The Indian Medical Association has called off its pan Indian doctors' strike after the Medical Commission Bill was decided to be sent to a standing committee.
The committee has been asked to give its report before the Budget session.
The National Medical Commission (NMC) Bill, which was tabled in Parliament on Friday, seeks to replace the MCI and also proposes allowing practitioners of alternative medicines, such as homoeopathy and ayurveda, practise allopathy after completing a "bridge course".
"We called off our strike as the Bill has been referred to a Parliamentary Standing Committee which has members from diverse fields and there should now be a fruitful discussion. We are thankful to all the Lok Sabha members for supporting us," IMA's K K Aggarwal, who was spearheading the stir, said.
The strike called by the IMA went on for around eight hours today.
The Bill was referred to the committee following protest from the opposition parties as well as doctors.
The IMA has been strongly opposing the NMC Bill saying it will "cripple" the functioning of medical professionals by making them completely answerable to the bureaucracy and non- medical administrators, and has declared today as a "Black Day".
Earlier in the day, Union Health Minister J P Nadda said in Parliament that talks were on with the IMA to clear their doubts.
"Talks are on. We have heard them (the doctors) and also presented our views," he said.
"This (Bill) is beneficial to the medical profession," Nadda said in the Rajya Sabha after the members raised the issue of strike by the doctors across the country.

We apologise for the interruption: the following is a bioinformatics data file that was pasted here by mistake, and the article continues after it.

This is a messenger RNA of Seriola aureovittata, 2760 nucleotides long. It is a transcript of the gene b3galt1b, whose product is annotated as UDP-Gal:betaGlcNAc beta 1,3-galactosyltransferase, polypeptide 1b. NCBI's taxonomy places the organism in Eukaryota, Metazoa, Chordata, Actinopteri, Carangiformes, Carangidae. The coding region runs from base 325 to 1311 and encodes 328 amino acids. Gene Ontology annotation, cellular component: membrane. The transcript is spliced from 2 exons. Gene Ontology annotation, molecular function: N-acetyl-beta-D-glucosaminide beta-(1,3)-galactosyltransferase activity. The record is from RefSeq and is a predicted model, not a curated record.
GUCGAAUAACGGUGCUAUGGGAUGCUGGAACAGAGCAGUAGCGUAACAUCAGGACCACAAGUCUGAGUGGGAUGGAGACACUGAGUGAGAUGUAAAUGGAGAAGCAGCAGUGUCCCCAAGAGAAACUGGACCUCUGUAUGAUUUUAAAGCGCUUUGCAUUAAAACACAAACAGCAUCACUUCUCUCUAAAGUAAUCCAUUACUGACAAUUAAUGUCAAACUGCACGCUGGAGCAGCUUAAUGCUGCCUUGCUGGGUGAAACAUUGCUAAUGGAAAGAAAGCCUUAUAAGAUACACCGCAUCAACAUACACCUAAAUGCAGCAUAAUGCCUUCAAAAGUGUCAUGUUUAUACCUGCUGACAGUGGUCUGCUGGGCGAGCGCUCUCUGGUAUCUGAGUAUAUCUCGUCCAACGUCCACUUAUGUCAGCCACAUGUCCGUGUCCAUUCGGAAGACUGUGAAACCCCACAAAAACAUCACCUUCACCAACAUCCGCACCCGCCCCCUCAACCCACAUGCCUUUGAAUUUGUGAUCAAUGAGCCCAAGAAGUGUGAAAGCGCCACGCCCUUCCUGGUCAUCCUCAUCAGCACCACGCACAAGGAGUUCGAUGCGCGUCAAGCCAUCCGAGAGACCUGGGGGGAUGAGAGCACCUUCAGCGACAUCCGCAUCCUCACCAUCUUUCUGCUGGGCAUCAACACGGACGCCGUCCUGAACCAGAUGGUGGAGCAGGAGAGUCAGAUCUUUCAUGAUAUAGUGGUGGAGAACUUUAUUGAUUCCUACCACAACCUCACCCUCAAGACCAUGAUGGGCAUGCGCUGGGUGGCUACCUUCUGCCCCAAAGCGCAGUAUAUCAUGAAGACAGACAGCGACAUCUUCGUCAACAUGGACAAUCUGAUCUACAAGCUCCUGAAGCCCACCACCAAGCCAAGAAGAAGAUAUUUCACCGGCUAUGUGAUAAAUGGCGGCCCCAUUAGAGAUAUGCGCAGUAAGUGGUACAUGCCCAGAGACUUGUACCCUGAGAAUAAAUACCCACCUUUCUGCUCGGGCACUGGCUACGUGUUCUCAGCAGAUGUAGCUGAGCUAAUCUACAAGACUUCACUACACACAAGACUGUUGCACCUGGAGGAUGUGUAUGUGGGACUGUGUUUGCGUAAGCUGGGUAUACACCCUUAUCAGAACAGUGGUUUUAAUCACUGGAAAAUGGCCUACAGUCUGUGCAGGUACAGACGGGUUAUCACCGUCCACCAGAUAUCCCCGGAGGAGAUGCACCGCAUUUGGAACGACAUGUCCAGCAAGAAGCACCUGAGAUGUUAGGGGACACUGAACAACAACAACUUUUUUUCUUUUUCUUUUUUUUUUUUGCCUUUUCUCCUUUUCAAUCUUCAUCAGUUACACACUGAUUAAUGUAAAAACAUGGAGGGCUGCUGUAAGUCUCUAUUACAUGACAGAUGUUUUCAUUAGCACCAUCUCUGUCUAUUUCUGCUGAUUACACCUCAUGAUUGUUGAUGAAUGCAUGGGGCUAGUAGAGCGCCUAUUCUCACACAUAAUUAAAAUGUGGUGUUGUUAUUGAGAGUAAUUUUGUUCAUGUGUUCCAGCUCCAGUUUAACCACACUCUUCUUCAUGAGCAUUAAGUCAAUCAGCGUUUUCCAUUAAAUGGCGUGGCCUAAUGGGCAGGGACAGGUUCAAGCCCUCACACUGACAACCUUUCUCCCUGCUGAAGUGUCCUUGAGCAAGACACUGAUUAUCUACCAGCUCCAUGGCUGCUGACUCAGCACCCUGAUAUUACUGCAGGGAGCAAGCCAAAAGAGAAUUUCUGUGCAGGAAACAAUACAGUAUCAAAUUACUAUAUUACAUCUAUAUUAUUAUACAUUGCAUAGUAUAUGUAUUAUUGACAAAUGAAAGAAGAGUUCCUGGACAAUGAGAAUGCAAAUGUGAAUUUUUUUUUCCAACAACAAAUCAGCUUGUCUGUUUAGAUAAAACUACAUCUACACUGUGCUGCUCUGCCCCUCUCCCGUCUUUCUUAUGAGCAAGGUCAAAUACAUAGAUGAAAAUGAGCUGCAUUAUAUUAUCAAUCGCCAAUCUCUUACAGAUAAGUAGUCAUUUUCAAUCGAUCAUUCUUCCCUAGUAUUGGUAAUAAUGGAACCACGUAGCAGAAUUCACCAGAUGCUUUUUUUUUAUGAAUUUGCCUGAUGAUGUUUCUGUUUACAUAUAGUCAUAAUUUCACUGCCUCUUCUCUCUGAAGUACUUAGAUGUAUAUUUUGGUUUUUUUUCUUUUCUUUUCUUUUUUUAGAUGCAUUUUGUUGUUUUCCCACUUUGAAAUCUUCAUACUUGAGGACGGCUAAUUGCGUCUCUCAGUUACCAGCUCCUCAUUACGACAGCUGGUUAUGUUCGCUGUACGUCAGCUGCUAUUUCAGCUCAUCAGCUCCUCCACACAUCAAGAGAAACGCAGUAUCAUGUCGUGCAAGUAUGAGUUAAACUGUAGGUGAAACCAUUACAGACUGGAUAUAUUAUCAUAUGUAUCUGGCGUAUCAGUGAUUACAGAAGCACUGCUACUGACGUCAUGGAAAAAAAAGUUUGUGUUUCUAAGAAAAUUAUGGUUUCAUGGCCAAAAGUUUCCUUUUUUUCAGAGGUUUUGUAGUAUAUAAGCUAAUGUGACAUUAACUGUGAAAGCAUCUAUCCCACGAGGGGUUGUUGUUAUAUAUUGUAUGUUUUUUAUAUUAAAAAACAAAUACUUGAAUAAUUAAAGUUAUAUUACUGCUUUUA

Senior Congress leader Jairam Ramesh had written to Vice President M Venkaiah Naidu and the Union health minister demanding that the Bill be referred to a standing committee for examination.
"The NMC Bill in the present form is not acceptable. This Bill is anti-poor, anti-people, non representative, undemocratic and anti-federal in character," newly-appointed IMA national president Dr Ravi Wankhedkar.
IMA has already written to Prime Minister Narendra Modi and the Union health minister urging them to redraft the Bill and rectify some of its provisions to protect the interest of medical practitioners.
It claimed that the provision in the Bill which allows AYUSH graduates to practise modern medicine after completing a bridge course will promote quackery.
The NMC bill proposes replacing the Medical Council of India with a new body and "possibly" Section 15 of the IMC Act, which says that the basic qualification to practise modern medicine is MBBS, Dr Aggarwal, the former president of the IMA, had said.
"It (the bill) takes away the right of every doctor in India to elect their medical council," he had said.
Dr Aggarwal had further said the Bill, in its current form, allows private medical colleges to charge at will, nullifying whatever solace the NEET brought.
Dr Wankhedkar had said, "The Bill purported to eradicate corruption is designed to open the floodgates of corruption. A Bill to regulate the medical education and medical practice without the concurrence of the medical profession will be a disaster."
Clause 49 of the Bill calls for a joint sitting of the National Medical Commission, the Central Council of Homoeopathy and the Central Council of Indian Medicine at least once a year "to enhance the interface between homoeopathy, Indian Systems of Medicine and modern systems of medicine".
The Bill proposes constitution of four autonomous boards entrusted with conducting undergraduate and postgraduate education, assessment and rating of medical institutions and registration of practitioners under the National Medical Commission.